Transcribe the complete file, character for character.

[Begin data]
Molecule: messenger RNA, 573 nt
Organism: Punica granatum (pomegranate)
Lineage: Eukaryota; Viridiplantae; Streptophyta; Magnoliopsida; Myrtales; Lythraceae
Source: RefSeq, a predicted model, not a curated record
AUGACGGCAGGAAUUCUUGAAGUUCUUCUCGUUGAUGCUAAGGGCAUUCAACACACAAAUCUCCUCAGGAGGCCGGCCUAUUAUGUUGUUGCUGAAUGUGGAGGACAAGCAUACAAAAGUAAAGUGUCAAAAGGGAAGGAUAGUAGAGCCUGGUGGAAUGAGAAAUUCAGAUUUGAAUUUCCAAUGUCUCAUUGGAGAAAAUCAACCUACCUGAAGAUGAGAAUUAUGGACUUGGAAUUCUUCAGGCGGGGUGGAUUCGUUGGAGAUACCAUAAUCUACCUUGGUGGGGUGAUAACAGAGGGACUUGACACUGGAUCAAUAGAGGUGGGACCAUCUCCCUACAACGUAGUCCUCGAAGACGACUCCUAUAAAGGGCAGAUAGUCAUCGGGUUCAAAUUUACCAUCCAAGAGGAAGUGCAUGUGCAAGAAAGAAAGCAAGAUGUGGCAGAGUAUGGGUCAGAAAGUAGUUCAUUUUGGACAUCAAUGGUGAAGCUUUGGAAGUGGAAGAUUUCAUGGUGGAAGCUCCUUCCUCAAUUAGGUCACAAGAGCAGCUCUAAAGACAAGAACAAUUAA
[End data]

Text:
Molecule: messenger RNA, 573 nt
Organism: Punica granatum (pomegranate)
Lineage: Eukaryota; Viridiplantae; Streptophyta; Magnoliopsida; Myrtales; Lythraceae
Source: RefSeq, a predicted model, not a curated record
AUGACGGCAGGAAUUCUUGAAGUUCUUCUCGUUGAUGCUAAGGGCAUUCAACACACAAAUCUCCUCAGGAGGCCGGCCUAUUAUGUUGUUGCUGAAUGUGGAGGACAAGCAUACAAAAGUAAAGUGUCAAAAGGGAAGGAUAGUAGAGCCUGGUGGAAUGAGAAAUUCAGAUUUGAAUUUCCAAUGUCUCAUUGGAGAAAAUCAACCUACCUGAAGAUGAGAAUUAUGGACUUGGAAUUCUUCAGGCGGGGUGGAUUCGUUGGAGAUACCAUAAUCUACCUUGGUGGGGUGAUAACAGAGGGACUUGACACUGGAUCAAUAGAGGUGGGACCAUCUCCCUACAACGUAGUCCUCGAAGACGACUCCUAUAAAGGGCAGAUAGUCAUCGGGUUCAAAUUUACCAUCCAAGAGGAAGUGCAUGUGCAAGAAAGAAAGCAAGAUGUGGCAGAGUAUGGGUCAGAAAGUAGUUCAUUUUGGACAUCAAUGGUGAAGCUUUGGAAGUGGAAGAUUUCAUGGUGGAAGCUCCUUCCUCAAUUAGGUCACAAGAGCAGCUCUAAAGACAAGAACAAUUAA